Note: This is the sixth preview in our series on U.S. elite teams, which we’ve dubbed the “The 12.” We asked coaches to tell us what’s new and whom to look out for in the coming season and will publish additional previews in the coming weeks in no particular order.
Team: Maine Winter Sports Center (MWSC)
Coaches: Will Sweetser (competitive programs director), Seth Hubbard (biathlon coach), Amber Dodge (development coach)
Cross-Country Olympic Development Team (ODT): Kris Freeman, Sam Tarling, Welly Ramsey; Hilary McNamee, Anna Van der Rhee (trying to qualify for Sochi Olympics for The Netherlands). According to Sweetser, McNamee is focusing on finishing her studies at Dartmouth and will race primarily in New England.
XC Post-Grads: Emily Ramsey (New Sharon, Maine), Zoe Chase-Donahue (Freeport, Maine), Sarah Becker (Yarmouth, Maine), Abby Popenoe (Portland, Maine), Austin Huneck (Clifton Park, N.Y.)
Collegiate Summer Program: Nick Michaud (Bates College), Gabby Naranja (Bates).
Biathlon ODT: Russell Currier (U.S. Biathlon), Raleigh Goessling, Casey Smith, Annelies Cook (U.S. Biathlon), Katrina Howe
Biathlon Post-Grads: Brian Halligan (N.Y.), Maddie Pfaneuf (N.Y.), Mikaela Palusek (N.H.)
Adaptive ODT: Omar Bermejo
Who’s new: Tarling (2013 Dartmouth graduate), Smith (formerly of Montana State University), Bermejo (Grand Rapids, Mich.), all post-grads except Emily Ramsey (second year).
Who’s missing: None.
Top results last season: Sweetser intends to send a minimum of four athletes to the Olympic Winter Games or in Bermejo’s case, the Paralympics. The most-obvious four that could make that goal a reality are Freeman, Currier, Cook, and Bermejo. But look out for the new guys, including Tarling and Smith, training with the Caribou-based MWSC on the northeastern tip of Maine.
A three-time Olympian, Freeman, 32, was not renominated to the U.S. Ski Team for the first time in a decade. He won his 16th national title last January in the 50 k classic, but finished the 2012/2013 World Cup season with with three top-30 results. Sweetser said Freeman and Ramsey have had some very productive training sessions this summer.
“[Freeman] is nowhere near the crazy specific fitness he had late last summer, however, he is lighter, faster [ran fastest 5 k (15:53) since 2004 in June] and happier than he’s been in years,” Sweetser wrote in an e-mail.
Sweetser added that Tarling has been an “instant plus” in MWSC’s community programs, which include juniors, high-school skiers and adults. He was a presenter at the Maine Team Camp in Fort Kent earlier this month, which hosted 43 of the state’s best high school skiers.
The 2011 NCAA 10-kilometer freestyle champion won twice on the Eastern Intercollegiate Ski Association (EISA) circuit in his senior season at Dartmouth and finished fifth in the 30k classic at U.S. nationals.
“(Tarling) is very professional in his approach to creating a career as a ski racer,” Sweetser wrote. “He is gelling well with our entire team and is a fantastic addition at junior training camps.”
Van der Rhee (formerly Sprague), a native of Stockholm, Maine, and Utah alum, married a man from The Netherlands and has since established citizenship there. To qualify for the Olympics, she needs World Cup starts, which may be earned with either a sub 100-point distance race or sub 120-point sprint in International Ski Federation (FIS) competition. Last year, in returning to racing after a seven year hiatus, Van der Rhee had one sub 150-point race.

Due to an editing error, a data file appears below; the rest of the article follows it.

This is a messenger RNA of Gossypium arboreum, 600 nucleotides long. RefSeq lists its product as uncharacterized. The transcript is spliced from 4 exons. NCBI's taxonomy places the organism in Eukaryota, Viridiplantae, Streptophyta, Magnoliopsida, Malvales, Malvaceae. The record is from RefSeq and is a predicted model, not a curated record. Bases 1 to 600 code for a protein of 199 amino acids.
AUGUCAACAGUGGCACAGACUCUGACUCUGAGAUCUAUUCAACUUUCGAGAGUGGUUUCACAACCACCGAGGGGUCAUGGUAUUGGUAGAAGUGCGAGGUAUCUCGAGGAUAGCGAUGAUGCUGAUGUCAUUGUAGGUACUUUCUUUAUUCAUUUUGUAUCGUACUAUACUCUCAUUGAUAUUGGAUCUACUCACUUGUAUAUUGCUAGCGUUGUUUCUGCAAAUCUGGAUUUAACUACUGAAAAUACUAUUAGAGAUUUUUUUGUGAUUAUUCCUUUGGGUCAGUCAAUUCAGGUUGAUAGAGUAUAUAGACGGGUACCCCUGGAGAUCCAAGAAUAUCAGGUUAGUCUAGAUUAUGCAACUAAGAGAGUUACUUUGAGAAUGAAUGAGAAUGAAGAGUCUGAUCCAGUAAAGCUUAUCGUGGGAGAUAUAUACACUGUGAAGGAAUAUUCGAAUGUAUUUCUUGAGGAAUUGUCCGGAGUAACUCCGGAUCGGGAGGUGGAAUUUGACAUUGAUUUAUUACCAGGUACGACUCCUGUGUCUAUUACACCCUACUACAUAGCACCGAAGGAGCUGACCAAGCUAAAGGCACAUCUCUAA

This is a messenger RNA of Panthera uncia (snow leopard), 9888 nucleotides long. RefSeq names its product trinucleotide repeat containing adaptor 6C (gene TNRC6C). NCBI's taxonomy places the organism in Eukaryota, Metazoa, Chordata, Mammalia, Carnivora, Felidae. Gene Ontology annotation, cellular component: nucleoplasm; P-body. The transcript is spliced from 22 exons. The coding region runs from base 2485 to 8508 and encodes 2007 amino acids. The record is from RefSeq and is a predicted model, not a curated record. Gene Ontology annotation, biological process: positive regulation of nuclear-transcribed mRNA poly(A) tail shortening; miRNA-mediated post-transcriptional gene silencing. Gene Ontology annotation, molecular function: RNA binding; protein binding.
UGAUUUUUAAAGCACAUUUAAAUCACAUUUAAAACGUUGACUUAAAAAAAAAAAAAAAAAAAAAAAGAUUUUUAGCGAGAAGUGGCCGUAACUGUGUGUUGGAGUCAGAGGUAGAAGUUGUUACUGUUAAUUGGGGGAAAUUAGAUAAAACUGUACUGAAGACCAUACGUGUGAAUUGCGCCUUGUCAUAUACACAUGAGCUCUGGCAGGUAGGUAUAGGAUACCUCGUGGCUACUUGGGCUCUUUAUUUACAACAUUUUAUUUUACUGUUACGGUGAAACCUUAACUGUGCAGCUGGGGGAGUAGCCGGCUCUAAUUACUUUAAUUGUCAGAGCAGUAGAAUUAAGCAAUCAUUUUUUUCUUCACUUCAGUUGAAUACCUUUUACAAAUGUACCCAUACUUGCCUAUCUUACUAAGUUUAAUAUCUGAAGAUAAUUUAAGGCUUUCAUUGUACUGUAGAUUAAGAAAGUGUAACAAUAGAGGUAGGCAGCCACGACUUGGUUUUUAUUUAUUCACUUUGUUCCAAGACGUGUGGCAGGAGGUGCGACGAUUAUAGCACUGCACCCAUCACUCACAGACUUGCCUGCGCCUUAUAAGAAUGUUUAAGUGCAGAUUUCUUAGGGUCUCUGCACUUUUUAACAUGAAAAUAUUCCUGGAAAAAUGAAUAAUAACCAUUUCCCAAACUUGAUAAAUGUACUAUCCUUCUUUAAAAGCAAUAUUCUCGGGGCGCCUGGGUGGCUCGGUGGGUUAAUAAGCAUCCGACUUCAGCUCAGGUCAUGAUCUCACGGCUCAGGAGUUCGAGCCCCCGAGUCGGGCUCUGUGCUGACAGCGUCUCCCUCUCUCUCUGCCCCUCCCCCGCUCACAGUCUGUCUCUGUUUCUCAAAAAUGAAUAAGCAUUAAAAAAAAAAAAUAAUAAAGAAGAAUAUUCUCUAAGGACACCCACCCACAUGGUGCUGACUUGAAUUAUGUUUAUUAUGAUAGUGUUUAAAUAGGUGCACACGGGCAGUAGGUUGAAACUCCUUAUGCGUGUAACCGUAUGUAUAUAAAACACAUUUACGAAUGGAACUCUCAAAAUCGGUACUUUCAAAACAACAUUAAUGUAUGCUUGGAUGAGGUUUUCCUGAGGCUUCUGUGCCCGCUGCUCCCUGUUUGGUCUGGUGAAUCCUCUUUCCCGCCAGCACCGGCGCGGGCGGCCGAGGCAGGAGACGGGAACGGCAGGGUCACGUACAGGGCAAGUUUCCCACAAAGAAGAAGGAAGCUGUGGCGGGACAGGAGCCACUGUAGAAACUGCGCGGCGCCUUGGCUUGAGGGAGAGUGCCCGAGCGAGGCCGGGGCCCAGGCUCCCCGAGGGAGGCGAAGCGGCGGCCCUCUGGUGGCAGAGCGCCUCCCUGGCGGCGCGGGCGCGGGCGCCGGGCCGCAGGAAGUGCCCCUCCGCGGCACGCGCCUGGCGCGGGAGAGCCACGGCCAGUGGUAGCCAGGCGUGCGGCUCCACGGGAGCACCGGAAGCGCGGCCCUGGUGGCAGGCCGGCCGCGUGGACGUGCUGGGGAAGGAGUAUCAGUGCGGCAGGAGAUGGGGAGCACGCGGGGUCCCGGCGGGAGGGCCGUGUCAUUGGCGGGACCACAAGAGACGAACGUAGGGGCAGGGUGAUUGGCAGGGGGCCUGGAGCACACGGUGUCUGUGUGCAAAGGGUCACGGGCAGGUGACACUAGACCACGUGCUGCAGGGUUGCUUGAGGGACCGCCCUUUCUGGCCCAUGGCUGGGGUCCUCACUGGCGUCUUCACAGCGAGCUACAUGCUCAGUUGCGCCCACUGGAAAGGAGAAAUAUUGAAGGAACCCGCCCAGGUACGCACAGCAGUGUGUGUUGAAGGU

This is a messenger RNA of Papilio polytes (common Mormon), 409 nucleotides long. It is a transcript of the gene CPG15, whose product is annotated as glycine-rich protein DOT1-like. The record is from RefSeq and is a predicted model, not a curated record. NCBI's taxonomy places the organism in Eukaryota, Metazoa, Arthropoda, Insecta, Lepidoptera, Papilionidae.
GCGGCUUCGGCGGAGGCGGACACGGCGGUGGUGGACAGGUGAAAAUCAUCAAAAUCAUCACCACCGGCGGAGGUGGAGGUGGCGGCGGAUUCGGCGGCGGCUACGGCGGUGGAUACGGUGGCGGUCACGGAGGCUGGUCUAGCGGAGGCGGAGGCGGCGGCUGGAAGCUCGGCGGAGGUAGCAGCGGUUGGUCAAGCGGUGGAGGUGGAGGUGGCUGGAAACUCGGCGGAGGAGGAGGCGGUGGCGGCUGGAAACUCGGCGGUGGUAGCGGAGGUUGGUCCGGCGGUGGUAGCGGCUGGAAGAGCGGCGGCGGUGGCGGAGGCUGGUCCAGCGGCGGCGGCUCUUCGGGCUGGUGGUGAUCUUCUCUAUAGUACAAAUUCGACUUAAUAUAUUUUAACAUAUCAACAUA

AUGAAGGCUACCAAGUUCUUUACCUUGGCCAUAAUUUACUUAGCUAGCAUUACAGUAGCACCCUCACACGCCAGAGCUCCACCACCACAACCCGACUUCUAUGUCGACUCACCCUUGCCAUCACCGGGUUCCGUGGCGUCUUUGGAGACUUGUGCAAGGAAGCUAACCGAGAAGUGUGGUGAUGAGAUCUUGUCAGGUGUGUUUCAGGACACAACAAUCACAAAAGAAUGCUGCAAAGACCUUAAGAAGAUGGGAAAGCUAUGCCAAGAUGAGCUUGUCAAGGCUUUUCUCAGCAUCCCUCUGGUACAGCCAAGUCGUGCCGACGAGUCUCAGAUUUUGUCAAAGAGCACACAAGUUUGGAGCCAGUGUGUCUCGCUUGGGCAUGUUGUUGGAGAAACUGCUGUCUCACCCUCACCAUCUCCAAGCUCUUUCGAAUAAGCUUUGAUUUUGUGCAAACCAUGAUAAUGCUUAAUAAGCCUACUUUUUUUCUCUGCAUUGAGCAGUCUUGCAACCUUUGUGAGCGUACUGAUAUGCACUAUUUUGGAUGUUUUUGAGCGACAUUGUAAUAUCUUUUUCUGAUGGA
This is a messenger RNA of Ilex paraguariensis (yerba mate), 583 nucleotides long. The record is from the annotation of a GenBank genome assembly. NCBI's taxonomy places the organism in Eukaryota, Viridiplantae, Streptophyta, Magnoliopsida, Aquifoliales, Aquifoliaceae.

Cook leapt 38 spots (83rd to 45th) in the biathlon world rankings last year. She tallied her first World Cup top 20 in Italy and two more in the pre-Olympic races in Sochi, Russia. This will be her second year with MWSC.
Currier, 26, is trying for his first Olympics as a returning member of the U.S. Biathlon Team. The MWSC veteran pulled out a pair of sixth-place finishes on the World Cup in 2012 and was a critical component of the U.S. relay team that finished fifth in January in Oberhof, Germany.
Smith, 21, is one of the most promising young biathletes in the country. He competed in the International Biathlon Union (IBU) youth and junior World Championships four times each, with his best junior-world finish coming last January in the 12.5-kilometer pursuit, where he was 23rd. Smith got a feel for northern Maine when he competed at U.S. Biathlon Nationals in Fort Kent last March.
“As expected, Casey has been a great fit with our program,” Hubbard wrote in an e-mail. “He has great energy and focus.”
“From my perspective as director, this group is more of a team than we’ve ever had,” Sweetser said of the multi-tiered elite team, now in its 11th year. “We are prioritizing group training twice each week with biathletes and XC skiers together. There is no doubt that our program will have one of the best men’s distance teams in U.S. XC. These guys could easily meet all of their goals this year given the progress we’ve seen thus far.”
Steven McCarthy discovered a passion for sportswriting in the classrooms of the University of Maine school of journalism. He earned his Bachelor's degree in 2010, while complementing his studies covering two years of UMaine sports and summer college baseball on Cape Cod. He resides in southern Maine and works in a private school for kids with autism. In his spare time he's training for his next marathon (running or skiing) or coaching at a local high school.